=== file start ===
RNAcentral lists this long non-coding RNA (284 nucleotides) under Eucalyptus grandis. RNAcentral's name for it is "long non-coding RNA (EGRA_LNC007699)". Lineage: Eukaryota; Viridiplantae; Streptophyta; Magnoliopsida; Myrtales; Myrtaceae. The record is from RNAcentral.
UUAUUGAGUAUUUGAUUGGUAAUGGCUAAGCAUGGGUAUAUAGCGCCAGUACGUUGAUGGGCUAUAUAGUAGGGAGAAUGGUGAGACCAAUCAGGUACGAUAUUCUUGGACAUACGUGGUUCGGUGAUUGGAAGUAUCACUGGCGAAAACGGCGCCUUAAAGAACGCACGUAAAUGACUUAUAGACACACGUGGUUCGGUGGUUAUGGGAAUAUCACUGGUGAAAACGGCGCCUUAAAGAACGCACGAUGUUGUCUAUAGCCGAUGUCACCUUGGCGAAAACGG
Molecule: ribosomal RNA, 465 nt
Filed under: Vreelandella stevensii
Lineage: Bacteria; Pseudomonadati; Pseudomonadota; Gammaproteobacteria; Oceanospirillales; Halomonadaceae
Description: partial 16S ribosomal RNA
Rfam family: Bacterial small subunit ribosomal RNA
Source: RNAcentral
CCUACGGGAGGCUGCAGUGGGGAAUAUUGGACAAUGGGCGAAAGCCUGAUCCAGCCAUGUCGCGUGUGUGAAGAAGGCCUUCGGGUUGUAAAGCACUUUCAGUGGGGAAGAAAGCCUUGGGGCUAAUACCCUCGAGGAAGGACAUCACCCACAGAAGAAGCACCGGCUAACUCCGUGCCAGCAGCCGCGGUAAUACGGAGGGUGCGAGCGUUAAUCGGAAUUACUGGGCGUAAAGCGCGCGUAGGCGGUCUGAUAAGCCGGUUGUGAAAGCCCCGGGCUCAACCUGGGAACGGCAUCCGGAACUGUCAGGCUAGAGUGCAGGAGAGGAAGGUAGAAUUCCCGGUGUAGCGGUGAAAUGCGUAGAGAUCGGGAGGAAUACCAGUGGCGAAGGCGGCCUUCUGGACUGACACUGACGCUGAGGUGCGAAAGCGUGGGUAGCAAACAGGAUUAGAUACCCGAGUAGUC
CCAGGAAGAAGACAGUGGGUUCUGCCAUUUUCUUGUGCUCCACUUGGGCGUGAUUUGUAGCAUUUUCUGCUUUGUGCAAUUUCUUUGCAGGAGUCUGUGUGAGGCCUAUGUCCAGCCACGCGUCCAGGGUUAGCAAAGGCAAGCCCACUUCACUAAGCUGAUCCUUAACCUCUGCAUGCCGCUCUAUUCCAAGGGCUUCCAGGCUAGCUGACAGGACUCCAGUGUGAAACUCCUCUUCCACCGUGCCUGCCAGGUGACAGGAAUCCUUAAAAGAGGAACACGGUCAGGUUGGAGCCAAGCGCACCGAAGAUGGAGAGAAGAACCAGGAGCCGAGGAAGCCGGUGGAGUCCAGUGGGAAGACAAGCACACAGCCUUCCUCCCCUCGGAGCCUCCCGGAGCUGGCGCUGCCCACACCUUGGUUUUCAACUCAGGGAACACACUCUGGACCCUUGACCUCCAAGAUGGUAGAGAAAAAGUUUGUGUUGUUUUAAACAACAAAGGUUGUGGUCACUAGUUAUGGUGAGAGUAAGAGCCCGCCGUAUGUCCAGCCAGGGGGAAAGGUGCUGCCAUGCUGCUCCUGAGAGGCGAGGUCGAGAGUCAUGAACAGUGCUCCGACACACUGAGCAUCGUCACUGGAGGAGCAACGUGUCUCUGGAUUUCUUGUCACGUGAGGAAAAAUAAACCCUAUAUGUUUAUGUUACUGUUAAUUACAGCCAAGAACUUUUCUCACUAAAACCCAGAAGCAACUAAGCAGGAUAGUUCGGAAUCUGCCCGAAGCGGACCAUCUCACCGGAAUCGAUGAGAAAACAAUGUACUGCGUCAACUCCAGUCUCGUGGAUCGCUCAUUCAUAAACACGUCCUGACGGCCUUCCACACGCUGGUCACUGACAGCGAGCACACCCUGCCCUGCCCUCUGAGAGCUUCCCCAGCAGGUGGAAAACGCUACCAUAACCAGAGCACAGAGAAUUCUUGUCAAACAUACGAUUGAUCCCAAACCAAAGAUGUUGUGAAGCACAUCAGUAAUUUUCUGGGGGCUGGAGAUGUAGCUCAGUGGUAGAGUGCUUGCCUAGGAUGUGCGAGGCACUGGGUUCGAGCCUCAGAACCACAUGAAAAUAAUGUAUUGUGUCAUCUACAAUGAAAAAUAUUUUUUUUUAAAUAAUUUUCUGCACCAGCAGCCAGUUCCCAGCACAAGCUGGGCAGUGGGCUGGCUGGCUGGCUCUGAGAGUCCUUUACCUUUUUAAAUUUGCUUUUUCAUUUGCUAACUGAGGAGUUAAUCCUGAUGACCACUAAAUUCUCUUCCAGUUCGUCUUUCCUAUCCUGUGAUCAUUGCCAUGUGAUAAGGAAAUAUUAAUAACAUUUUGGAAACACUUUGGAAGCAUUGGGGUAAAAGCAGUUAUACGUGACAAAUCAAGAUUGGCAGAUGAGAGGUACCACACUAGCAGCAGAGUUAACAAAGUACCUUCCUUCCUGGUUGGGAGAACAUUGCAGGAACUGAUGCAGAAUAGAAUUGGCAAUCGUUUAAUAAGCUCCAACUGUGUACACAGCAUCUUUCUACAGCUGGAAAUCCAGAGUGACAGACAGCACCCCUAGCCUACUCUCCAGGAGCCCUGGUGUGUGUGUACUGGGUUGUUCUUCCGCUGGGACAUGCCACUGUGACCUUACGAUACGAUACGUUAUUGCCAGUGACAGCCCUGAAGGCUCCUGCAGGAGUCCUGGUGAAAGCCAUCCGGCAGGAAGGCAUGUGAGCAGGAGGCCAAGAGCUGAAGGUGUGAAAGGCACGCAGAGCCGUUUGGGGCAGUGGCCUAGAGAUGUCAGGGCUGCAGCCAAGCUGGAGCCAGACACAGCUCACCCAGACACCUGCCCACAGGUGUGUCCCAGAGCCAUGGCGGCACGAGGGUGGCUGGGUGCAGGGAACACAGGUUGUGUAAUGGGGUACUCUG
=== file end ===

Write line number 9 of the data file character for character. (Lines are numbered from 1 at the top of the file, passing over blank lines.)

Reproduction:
CCUACGGGAGGCUGCAGUGGGGAAUAUUGGACAAUGGGCGAAAGCCUGAUCCAGCCAUGUCGCGUGUGUGAAGAAGGCCUUCGGGUUGUAAAGCACUUUCAGUGGGGAAGAAAGCCUUGGGGCUAAUACCCUCGAGGAAGGACAUCACCCACAGAAGAAGCACCGGCUAACUCCGUGCCAGCAGCCGCGGUAAUACGGAGGGUGCGAGCGUUAAUCGGAAUUACUGGGCGUAAAGCGCGCGUAGGCGGUCUGAUAAGCCGGUUGUGAAAGCCCCGGGCUCAACCUGGGAACGGCAUCCGGAACUGUCAGGCUAGAGUGCAGGAGAGGAAGGUAGAAUUCCCGGUGUAGCGGUGAAAUGCGUAGAGAUCGGGAGGAAUACCAGUGGCGAAGGCGGCCUUCUGGACUGACACUGACGCUGAGGUGCGAAAGCGUGGGUAGCAAACAGGAUUAGAUACCCGAGUAGUC